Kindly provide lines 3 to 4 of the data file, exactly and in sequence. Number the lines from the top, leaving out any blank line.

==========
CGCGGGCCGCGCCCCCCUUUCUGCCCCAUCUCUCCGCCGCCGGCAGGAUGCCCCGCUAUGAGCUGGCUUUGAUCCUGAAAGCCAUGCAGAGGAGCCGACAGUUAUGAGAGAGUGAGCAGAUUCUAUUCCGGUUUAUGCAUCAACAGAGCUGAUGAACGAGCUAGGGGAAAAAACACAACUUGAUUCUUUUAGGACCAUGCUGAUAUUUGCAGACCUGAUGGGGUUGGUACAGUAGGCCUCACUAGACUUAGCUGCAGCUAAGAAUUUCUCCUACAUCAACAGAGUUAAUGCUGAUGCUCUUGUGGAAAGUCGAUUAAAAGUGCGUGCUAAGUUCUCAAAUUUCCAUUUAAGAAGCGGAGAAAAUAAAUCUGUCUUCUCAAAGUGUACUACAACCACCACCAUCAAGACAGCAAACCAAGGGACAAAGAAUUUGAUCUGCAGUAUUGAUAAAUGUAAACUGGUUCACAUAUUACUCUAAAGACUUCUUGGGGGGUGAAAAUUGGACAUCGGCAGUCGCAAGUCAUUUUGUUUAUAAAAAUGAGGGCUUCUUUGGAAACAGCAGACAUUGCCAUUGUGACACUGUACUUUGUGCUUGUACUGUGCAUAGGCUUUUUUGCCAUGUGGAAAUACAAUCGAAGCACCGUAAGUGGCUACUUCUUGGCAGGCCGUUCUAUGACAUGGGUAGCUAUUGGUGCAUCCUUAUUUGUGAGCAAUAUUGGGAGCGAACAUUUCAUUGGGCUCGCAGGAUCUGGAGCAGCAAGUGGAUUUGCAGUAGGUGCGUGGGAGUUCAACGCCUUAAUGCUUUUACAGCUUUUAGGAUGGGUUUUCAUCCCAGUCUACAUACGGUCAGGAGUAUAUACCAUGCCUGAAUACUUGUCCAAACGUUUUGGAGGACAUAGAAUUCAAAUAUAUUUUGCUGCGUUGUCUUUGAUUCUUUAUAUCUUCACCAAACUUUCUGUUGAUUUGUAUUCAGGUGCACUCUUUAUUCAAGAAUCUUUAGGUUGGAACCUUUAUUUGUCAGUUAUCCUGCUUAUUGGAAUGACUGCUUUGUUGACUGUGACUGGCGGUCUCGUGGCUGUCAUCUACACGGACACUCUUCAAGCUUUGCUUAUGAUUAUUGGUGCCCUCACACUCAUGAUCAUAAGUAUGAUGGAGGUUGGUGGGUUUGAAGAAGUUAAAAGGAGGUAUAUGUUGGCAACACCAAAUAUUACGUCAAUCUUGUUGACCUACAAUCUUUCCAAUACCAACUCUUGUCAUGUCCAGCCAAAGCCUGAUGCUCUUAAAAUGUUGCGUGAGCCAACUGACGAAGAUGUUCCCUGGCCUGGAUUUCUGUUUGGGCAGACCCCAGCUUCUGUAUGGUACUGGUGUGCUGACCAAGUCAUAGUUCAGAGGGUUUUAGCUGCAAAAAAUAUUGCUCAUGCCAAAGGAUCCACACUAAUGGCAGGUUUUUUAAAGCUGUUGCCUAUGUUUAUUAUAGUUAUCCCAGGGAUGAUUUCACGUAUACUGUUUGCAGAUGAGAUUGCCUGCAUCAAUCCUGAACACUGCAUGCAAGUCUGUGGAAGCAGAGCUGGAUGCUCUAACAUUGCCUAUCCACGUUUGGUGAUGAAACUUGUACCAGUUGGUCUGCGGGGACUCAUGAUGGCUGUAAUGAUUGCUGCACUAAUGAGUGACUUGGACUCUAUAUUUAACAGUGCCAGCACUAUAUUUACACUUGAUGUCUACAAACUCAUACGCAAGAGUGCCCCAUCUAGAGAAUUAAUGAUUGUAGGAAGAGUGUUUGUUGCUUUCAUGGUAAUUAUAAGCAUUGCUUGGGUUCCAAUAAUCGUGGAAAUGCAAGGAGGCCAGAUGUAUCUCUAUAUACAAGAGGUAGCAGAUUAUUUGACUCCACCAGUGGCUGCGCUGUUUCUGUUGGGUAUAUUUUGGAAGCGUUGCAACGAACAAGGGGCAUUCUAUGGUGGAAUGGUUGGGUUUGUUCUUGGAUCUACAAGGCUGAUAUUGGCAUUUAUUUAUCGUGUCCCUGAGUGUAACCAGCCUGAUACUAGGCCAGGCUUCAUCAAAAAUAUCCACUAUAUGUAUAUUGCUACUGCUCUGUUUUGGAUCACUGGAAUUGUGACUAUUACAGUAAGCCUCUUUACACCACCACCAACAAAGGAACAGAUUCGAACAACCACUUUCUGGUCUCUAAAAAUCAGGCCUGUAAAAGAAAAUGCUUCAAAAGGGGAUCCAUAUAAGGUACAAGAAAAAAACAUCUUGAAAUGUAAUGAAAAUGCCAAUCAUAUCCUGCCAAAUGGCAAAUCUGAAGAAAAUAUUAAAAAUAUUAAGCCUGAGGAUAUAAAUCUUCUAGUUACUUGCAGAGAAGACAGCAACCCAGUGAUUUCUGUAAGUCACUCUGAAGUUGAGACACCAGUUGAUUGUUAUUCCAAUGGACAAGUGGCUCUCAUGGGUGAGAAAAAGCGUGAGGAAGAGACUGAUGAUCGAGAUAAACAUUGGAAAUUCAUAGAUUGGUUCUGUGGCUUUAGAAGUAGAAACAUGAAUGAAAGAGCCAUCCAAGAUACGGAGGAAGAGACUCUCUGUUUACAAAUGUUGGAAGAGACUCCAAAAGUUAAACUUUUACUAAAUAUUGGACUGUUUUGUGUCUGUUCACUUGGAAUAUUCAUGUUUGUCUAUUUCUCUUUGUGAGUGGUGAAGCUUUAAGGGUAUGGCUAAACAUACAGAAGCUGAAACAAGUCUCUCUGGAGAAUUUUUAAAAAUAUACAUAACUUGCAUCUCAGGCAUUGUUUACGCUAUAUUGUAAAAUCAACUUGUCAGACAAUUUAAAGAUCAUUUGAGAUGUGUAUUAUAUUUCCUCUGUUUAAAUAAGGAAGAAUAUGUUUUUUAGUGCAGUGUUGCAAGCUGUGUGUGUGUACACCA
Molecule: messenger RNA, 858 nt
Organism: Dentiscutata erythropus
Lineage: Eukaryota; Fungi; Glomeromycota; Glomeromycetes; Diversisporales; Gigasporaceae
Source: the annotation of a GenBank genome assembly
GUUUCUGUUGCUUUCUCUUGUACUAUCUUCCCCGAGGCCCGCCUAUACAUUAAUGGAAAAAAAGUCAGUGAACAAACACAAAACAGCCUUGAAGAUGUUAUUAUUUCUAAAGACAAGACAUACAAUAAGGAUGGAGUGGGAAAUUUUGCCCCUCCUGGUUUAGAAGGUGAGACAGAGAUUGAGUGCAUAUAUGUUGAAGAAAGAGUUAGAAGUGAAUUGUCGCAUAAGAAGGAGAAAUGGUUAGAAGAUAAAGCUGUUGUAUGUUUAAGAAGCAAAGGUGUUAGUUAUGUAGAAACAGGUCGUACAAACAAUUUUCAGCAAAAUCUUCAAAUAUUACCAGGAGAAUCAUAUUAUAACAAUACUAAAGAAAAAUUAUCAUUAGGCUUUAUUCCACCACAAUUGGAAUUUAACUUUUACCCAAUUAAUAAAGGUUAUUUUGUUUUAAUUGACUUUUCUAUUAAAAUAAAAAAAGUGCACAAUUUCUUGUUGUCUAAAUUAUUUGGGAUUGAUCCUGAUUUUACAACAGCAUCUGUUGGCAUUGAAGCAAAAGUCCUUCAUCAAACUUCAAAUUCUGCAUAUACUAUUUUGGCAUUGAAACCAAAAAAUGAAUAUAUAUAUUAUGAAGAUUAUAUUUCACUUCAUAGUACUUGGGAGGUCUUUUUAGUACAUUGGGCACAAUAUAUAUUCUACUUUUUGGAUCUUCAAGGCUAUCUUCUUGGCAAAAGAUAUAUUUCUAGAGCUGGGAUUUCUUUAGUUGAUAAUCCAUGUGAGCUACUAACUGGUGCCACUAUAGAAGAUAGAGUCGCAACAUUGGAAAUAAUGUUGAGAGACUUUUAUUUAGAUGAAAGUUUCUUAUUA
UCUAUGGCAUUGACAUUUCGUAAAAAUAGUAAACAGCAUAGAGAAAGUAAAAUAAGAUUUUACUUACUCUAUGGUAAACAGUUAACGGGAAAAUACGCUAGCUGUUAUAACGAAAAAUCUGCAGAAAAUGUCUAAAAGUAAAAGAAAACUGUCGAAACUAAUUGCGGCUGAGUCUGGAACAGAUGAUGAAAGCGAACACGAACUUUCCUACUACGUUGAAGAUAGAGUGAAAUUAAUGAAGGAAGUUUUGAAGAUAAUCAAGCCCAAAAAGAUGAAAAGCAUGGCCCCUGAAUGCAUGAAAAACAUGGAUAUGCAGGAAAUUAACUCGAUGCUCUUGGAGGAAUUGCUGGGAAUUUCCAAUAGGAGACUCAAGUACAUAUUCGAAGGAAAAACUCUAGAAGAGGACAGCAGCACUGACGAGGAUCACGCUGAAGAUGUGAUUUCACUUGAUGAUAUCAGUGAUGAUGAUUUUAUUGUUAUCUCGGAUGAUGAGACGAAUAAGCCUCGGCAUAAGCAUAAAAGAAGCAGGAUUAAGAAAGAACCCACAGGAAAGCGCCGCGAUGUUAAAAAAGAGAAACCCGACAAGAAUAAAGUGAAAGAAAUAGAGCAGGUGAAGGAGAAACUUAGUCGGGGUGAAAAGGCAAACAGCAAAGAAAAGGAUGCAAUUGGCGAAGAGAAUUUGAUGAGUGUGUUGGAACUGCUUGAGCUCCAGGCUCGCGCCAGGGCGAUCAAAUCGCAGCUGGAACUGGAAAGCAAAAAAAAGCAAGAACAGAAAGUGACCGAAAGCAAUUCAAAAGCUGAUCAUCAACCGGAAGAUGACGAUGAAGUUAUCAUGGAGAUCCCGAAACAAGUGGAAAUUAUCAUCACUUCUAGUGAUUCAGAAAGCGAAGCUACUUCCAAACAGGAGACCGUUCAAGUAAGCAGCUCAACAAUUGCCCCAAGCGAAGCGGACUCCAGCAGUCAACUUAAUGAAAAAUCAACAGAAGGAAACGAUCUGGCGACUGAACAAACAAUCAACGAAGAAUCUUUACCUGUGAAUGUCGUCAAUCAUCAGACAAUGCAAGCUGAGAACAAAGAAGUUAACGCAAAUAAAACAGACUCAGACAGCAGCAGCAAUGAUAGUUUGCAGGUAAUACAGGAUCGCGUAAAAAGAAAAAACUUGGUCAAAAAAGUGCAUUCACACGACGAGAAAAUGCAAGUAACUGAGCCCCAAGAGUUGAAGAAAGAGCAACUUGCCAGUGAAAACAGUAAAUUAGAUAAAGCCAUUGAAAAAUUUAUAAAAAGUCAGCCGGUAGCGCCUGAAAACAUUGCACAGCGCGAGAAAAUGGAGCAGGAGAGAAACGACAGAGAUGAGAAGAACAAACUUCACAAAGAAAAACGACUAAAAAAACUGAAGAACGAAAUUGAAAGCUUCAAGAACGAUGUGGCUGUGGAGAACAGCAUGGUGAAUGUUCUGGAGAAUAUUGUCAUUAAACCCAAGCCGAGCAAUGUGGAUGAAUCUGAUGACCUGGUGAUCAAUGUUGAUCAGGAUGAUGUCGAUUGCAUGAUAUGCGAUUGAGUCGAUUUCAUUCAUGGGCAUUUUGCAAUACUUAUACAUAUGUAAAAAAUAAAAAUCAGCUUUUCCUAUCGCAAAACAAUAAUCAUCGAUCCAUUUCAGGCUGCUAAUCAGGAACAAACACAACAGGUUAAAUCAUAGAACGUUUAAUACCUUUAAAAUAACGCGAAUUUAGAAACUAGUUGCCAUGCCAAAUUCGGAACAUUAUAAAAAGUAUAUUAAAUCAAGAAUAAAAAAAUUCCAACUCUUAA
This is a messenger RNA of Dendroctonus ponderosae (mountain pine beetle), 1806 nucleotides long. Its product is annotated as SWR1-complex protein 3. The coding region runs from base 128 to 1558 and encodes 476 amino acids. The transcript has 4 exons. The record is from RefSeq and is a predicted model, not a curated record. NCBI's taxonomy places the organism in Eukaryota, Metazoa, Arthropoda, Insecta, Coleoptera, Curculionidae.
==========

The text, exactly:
Organism: Dentiscutata erythropus
Lineage: Eukaryota; Fungi; Glomeromycota; Glomeromycetes; Diversisporales; Gigasporaceae